urban outfitters, anthropologie, richard hayne

Fashion is back.

At least according to Urban Outfitters Inc.’s chief executive officer Richard Hayne, who reported the company had a 15.1 percent gain in second-quarter profits late Tuesday.

The ceo recalled that he saw more fashion excitement in spring than he’d seen in years but wasn’t ready then to call the resurgence.

That’s changed and he told Wall Street analysts on a conference call: “I repeat those comments again as we move into fall, except I believe the change is now upon us. Our customers are adapting to new looks and silhouettes as we speak. As in all such cycles, some customers and brands adopt newness faster than others, but the fact is, there’s currently an abundance of exciting fashion happening and this is very good for our brands, for [our company] and for our industry as a whole.”

Questioned by analysts, Hayne doubled down and said, “This is a fashion change that’s happening. And my experience is once it starts to happen, there’s not much that stops it.” The ceo also reaffirmed his belief in brick-and-mortar and said the retail market was due for a downsizing.

“There’s no question, there are too many stores in North America and we start to see some of those stores going away; some of our competitors are closing stores at a reasonable rate, and there was just Macy’s announcement of closing stores,” he said. “So, I think that you will continue to see a lot of stores close and go away, I think that’s a positive thing for the industry and positive thing for all the, all the people including the ones that are closing the stores.”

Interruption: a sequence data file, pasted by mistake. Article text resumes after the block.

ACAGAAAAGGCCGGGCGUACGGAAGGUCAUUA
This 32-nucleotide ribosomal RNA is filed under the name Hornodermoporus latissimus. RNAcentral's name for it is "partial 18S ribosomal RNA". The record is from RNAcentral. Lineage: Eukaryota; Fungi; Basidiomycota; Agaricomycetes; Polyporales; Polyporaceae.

He said the concept of a store was still valid, but that there would ultimately be fewer, larger stores that deliver more of an experience.

Urban Outfitters might already be seeing some lift, from the fashion changes in the market and the experiences it offers.

The company’s net income increased 15.1 percent to $76.9 million, or 66 cents a share, from $66.8 million, or 52 cents, a year earlier.

Earnings per share came in 10 cents ahead of the 56 cents analysts had the company pegged for, helping drive Urban’s stock up 10.1 percent to $34.40 in after-hours trading.

Revenues for the three months ended July 31 advanced 2.7 percent to $890.6 million from $867.5 million. Comparable sales rose 1 percent with a 5 percent gain at Urban Outfitters, a flat performance at Free People and a 3 percent fall at the company’s Anthropologie Group.

The results were driven by positive comp sales and what Hayne described as “substantial improvement in merchandise margins.”

The company said its gross profit margin improved 178 basis points, to 38.45 percent of sales, and improvement that was “primarily driven by improvement in the Urban Outfitters and Anthropologie Group brands maintained margins, with both brands delivering higher initial margins and lower merchandise markdowns compared to the prior year.”